Two Russian soldiers marched down a street in Kherson on a spring evening in early March, just days after Moscow took control of the city. The temperature that night was still below zero and the electricity went out, leaving the town in complete darkness as the soldiers returned to camp after a few drinks.
When one stumbled, the other stopped to relieve himself on the sidewalk. Suddenly, a knife was thrust deeply into the right side of his neck.
He fell on the grass. Moments later, the second Russian soldier, drunk and unaware, met the same fate.
“I finished the first one right away and then caught up with the other one and killed him on the spot,” says Archie, a Ukrainian resistance fighter who described the above scene to CNN.
He says he’s moved to pure instinct.
“I saw orcs in uniform and thought, why not?” Archie adds, using a derogatory term for Russians, as he walks down the same street. “There were no people or light and I seized the moment.”
The 20-year-old is a mixed martial arts fighter, with nimble feet and sharp reflexes, and once always carried a knife for self-defense, but has never killed anyone. CNN refers to him with the call sign to protect his identity.
Adrenaline played its part. I had no fear or time to think. The first few days I felt very bad, but then I realized that they were my enemies. They came to my house to take it from me.”
Archie’s account has been corroborated by Ukrainian military and intelligence sources that have dealt with him and other supporters. He was one of the resistance fighters in Kherson, a city that had a population of 290,000 before the invasion, which Russia tried to dissuade but could not break.
People in Kherson made their views clear shortly after Russia took control of the city on March 2 and took to the main square for daily protests, while wearing the blue and yellow Ukrainian flag.
But Kherson, the first big city and the only provincial capital that Russian troops managed to occupy from the very beginning of the invasion, was an important symbol for Moscow. Dissent cannot be tolerated.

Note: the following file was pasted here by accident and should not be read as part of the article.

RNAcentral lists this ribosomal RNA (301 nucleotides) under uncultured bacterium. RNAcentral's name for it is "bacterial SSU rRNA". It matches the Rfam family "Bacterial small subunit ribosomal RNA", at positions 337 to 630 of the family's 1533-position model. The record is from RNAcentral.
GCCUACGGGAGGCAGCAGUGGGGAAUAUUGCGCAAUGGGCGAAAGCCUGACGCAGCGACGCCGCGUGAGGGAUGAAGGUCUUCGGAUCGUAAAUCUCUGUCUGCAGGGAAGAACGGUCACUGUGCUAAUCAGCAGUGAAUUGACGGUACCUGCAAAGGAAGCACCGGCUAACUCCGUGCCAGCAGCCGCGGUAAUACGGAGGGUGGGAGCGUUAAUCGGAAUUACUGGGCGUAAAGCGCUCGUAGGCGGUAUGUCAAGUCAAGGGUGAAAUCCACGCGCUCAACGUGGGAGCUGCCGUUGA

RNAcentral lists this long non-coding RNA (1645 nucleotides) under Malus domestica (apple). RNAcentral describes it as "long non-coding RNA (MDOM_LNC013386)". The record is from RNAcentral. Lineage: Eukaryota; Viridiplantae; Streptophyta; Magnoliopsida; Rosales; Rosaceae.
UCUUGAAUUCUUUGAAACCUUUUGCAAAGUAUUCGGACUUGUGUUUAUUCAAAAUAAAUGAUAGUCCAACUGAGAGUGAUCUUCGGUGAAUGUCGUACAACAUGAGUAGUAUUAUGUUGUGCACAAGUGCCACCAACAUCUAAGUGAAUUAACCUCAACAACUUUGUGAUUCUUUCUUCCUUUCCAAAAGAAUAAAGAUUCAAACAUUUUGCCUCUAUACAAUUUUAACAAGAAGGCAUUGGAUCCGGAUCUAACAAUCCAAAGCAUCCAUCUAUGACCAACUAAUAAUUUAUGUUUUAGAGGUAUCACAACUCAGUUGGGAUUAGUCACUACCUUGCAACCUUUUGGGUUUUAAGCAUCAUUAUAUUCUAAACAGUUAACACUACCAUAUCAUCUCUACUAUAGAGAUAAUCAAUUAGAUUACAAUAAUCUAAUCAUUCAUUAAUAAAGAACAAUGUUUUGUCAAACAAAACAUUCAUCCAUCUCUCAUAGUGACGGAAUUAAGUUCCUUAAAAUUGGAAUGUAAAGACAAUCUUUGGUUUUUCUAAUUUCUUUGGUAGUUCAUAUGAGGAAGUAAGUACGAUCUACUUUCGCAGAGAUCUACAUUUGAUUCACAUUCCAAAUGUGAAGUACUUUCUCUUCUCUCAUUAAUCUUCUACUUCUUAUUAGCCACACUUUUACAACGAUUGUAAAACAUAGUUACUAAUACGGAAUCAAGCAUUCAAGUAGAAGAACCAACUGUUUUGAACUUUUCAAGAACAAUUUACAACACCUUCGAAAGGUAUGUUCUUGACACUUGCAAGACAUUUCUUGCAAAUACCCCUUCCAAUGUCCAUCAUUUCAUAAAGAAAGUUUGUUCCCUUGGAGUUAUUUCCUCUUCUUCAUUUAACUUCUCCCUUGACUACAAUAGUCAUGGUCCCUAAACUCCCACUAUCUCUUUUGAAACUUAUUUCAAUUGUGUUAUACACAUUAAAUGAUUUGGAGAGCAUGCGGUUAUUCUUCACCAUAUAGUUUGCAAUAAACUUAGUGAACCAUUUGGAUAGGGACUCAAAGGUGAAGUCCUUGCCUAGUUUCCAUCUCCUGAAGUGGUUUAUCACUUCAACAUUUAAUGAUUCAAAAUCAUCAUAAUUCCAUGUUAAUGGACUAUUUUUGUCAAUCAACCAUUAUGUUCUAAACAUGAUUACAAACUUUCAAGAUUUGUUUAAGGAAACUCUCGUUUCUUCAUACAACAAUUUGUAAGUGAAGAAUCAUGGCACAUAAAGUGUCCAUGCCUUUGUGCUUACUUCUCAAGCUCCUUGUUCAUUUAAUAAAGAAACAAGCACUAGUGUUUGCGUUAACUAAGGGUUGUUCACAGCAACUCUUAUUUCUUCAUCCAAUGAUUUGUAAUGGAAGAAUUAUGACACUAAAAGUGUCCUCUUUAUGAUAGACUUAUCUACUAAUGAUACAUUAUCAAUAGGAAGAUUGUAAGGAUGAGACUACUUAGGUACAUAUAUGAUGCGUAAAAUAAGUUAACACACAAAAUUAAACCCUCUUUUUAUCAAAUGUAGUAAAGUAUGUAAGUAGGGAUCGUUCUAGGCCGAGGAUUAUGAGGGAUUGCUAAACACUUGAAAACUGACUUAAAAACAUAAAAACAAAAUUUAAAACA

Protesters were met with tear gas and gunshots, and organizers and the most outspoken residents were arrested and tortured. When peaceful demonstrations did not work, the people of Kherson turned to resistance and ordinary citizens like Archie began to take action on their own.
“I was not the only one in Kherson,” says Archie. “There were a lot of clever partisans. At least 10 Russians were killed every night.”
At first it was one-man operations, and like-minded residents began to organize themselves into groups, coordinating their actions with the Ukrainian army and intelligence outside the city.
“I have a friend with whom we drove around the city looking for gatherings of Russian soldiers,” he says. “We checked their patrol tracks and then gave all the information to the guys on the front line and they knew who to pass next.”
Russian soldiers were not the only ones targeted for assassination. Several government officials appointed by Moscow were targeted during the eight months of the Russian occupation. Their faces were printed in posters posted all over the city, promising revenge for their collaboration with the Kremlin, in a psychological warfare that continued throughout the occupation.
Many of those promises have been kept, as some of those officials have been shot and others blown up in their cars in incidents that pro-Russian local authorities have labeled “terror attacks”.
Archie was arrested by the occupation authorities on May 9, after attending the Victory Day parade, celebrating the Soviet Union’s victory in World War II, wearing a yellow and blue ribbon on his shirt.
He was taken to a local pre-trial detention facility that was taken over by Russia’s Federal Security Service (FSB) and used to torture soldiers, intelligence officers and Ukrainian partisans, according to Archie.